Sexual harassment is any unwanted behaviour of a sexual nature. It can make someone feel upset, scared, embarrassed, and violated. It includes things like (but not limited to):
- Unwanted touching
- Cat calling
- Staring or suggestive looks
- Sexual ‘jokes’
- Asking for sexual favours
- Sending unwanted sexual images like ‘nudes’
- Intrusive questions about someone’s sex life
- Indecent exposure
Some forms of sexual harassment can break criminal law in England and Wales. These include:
- indecent exposure
- any sexual harassment involving physical contact (this amounts to sexual assault in English and Welsh law)
Although sexual harassment can sometimes feel like it’s normalised, it is never okay and should not be accepted as something that ‘just happens’. It is not a compliment, never ‘just a joke’ or ‘banter’ and should be taken very seriously. These behaviours can create an environment that can lead to sexual violence like sexual assault and rape.
It is the person receiving the sexual behaviour who decides if it is unwanted, not the person who is doing the behaviour. It does not matter if someone has consented to something once before, consent must be received for anything of a sexual nature every time it happens.
Sexual harassment can happen to anyone of any age, gender, race, or religion.
In a study carried out by Ofsted about girls’ experience of sexual harassment and abuse, they found out that:
Sexual harassment is never the fault of the person that it is happening to.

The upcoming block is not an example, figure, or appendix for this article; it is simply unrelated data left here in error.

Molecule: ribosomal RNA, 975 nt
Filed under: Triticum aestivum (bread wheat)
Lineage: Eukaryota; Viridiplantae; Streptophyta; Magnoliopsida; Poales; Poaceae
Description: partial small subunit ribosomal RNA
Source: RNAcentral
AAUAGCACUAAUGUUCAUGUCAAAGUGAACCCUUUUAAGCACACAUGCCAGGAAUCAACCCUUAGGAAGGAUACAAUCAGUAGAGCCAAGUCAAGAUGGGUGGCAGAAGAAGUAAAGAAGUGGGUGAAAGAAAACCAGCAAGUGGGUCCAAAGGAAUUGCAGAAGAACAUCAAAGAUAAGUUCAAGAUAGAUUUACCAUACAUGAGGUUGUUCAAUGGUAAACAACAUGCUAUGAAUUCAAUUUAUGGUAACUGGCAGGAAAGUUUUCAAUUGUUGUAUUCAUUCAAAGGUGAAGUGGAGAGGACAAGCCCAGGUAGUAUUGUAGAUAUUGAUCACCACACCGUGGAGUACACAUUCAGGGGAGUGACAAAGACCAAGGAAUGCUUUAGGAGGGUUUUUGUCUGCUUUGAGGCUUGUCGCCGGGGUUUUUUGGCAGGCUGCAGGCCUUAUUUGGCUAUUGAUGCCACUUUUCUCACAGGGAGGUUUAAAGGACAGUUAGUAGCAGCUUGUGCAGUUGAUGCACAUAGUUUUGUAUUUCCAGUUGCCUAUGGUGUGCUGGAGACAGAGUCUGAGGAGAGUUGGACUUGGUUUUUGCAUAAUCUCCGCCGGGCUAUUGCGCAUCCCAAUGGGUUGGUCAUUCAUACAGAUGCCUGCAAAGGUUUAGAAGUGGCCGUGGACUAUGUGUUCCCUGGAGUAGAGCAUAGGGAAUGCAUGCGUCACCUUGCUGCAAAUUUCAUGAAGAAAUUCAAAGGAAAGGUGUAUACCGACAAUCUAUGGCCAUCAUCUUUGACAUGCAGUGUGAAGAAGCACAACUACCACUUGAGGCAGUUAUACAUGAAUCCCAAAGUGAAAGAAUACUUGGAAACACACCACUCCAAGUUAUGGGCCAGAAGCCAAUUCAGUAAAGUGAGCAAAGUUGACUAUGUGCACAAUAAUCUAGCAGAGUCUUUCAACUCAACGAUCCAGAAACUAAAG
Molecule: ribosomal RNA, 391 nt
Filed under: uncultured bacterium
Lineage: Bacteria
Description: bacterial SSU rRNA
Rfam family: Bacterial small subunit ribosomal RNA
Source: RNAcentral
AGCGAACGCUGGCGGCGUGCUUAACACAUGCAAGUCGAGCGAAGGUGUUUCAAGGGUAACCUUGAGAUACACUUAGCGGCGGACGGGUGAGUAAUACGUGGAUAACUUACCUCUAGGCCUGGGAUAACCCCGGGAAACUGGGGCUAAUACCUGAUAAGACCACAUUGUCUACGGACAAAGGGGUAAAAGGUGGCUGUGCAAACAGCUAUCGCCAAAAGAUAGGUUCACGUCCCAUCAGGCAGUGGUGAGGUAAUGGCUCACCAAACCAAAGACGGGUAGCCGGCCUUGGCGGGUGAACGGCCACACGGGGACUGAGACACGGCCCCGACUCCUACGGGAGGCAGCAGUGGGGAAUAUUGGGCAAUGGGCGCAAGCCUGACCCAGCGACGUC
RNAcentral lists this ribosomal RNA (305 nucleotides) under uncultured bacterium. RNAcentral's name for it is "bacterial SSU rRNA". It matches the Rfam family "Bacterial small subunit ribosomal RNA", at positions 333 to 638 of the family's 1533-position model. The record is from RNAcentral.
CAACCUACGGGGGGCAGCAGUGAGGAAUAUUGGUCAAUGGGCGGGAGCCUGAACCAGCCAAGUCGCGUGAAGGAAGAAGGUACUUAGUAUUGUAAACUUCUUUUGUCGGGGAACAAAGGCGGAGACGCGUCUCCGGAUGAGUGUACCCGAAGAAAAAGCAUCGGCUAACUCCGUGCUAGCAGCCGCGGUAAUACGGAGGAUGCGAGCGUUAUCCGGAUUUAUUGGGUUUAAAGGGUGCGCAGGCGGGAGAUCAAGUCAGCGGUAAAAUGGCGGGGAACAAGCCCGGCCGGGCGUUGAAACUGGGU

YOUNG PEOPLE TAKING A STAND
Although sexual harassment is a scary and uncomfortable experience, there are loads of young people who are saying ‘Enough!’. You can find some of the movements and campaigns here:
Our Streets Now is a national campaign demanding an end to public sexual harassment. Started by two sisters, 15 and 21, who spoke about how their lives were restricted by the fear of harassment.
Everyone’s Invited is a safe place for survivors to share their stories completely anonymously. Their Instagram page and website also has a lot of information on current events and how to get involved or get help.
The Consent Coalition is made up of local services in Nottinghamshire and their website has lots of information and advice on sex and consent.
HELP AFTER SEXUAL ASSAULT
If you have been sexually assaulted, there are services that can help. Sexual assault referral centres (SARCs) offer medical, practical and emotional support. They have specially trained doctors, nurses and support workers to care for you.
FIND THE RIGHT HELP FOR YOU
There are many different services and helplines operating nationwide and locally for any issue you might be facing.
We’re here to help.